There is also an increase in unwary behavior with tendencies to create confusion and take more risks when driving. A driver using cocaine creates an illusion of being more alert and activate, although his or her physical reaction is impaired.
Cocaine effects are increased when combined with prescription drugs and other over-the-counter drugs like antihistamines and diet pills. When taken with psychotropic medications such as antidepressants, this drug can lead to fatal accidents.
An individual who has high blood pressure and abuse cocaine can suffer from a heart attack or stroke when driving.
The use of tranquilizers can lead to drowsiness, altered perceptions, slow reaction time, poor control of speech, memory impairment, and a lack of coordination. The effects on driving also include neglecting roadside instructions, poor tracking, and difficulty in maintaining your lane.
When tranquilizers are used together with central nervous system depressants or alcohol, they can produce synergistic effects which can lead to fatal accidents. Alcohol boosts its absorption rate and can result in respiratory and cardiovascular depression.
Opiates cause mental confusion, visual impairment, and drowsiness even at low, moderate dosages. A driver driving under the influence of opiates can have a hard time trying to maintain the right lane and can make fatal errors.
Again, when used with alcohol, opiates can result in respiratory arrest and even death.
The use of these drugs can lead to impaired vision, lack of concentration, and increase the tendency to take risks. You should never take these drugs with MAO inhibitors even if you are not driving since they can lead to a hypertensive crisis.
Amphetamine users often use depressant drugs and marijuana to minimize its side effects, creating heightened drug dependencies.
Common Classes of DUI Drugs
The following classes of drugs can also lead to a DUID charge:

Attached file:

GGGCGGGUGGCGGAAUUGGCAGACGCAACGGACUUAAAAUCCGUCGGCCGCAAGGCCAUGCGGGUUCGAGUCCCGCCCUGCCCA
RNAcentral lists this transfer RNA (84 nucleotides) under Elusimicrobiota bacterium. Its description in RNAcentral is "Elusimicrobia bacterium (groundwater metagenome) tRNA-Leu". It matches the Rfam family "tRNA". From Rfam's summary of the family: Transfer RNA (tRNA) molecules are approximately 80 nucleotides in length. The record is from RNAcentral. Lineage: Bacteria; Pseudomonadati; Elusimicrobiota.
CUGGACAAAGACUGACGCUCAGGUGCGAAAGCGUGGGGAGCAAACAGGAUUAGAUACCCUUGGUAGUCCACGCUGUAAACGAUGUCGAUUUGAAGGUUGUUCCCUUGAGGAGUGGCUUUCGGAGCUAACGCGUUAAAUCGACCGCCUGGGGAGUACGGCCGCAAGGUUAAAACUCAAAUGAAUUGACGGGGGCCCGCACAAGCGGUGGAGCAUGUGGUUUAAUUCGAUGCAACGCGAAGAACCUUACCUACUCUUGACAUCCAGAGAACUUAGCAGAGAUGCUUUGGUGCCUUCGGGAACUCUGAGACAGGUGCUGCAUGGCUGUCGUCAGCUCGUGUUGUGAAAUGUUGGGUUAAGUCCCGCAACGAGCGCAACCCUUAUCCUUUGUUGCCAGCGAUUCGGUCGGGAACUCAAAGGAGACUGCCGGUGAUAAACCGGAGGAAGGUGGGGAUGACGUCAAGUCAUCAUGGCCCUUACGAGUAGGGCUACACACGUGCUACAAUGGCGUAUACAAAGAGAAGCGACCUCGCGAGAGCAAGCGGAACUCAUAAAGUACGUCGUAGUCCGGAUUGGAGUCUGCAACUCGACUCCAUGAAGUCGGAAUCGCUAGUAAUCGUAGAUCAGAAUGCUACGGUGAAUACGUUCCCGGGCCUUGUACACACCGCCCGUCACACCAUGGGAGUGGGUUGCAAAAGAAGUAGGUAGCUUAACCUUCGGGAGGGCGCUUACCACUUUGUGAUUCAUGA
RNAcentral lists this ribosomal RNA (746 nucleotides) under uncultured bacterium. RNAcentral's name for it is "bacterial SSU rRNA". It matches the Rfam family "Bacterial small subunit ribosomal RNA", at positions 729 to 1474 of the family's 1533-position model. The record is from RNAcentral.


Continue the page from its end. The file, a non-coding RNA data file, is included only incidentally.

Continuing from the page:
- Pain reliever – The common culprits are codeine and morphine because they cause disorientation, euphoria, dizziness, and sleepiness. Over-the-counter drugs such as ibuprofen might not lead to dizziness and drowsiness but can lead to relaxation, which is not ideal for a driver.
- Antihistamines – One major problem with these drugs is that people fail to read the label thinking that all antihistamine drugs are non-drowsy. Watch out for their ingredient to know the one that will not impair driving.
- Antidepressants – Some of these drugs, like Tricyclics, Nefazodone, and Trazodone, can lead to slow reaction time and drowsiness in some people. Others such as Lexapro, Celexa, and Prozac can make you feel tired when driving.
- Antihypertensives – Some blood pressure drugs can cause listlessness, which can zap your energy when in the middle of the road.
- Antianxiety agents and muscle relaxants – There are prescription drugs such as Xanax and Valium that can cause a tranquilizing effect on your body and lead to impaired judgment as well as slow reaction times.
- Stimulants – You might think that a substance that keeps you awake, such as Red Bull and Caffeine pills, would be great for driving. The reality is that they make you more careless and pay less attention to the small details when driving.
Drug combinations or poly-drug use can cause the following reactions:
- Additive effects – When they produce a simple outcome, like 1+1 =2
- Synergistic effects – This is when the two drugs produce a result that is greater than their sum, like 1+1 = 3
- Antagonist effects – Here, the combined drugs produce an effect that is less than if you took one of the drugs, like 1+1 = 0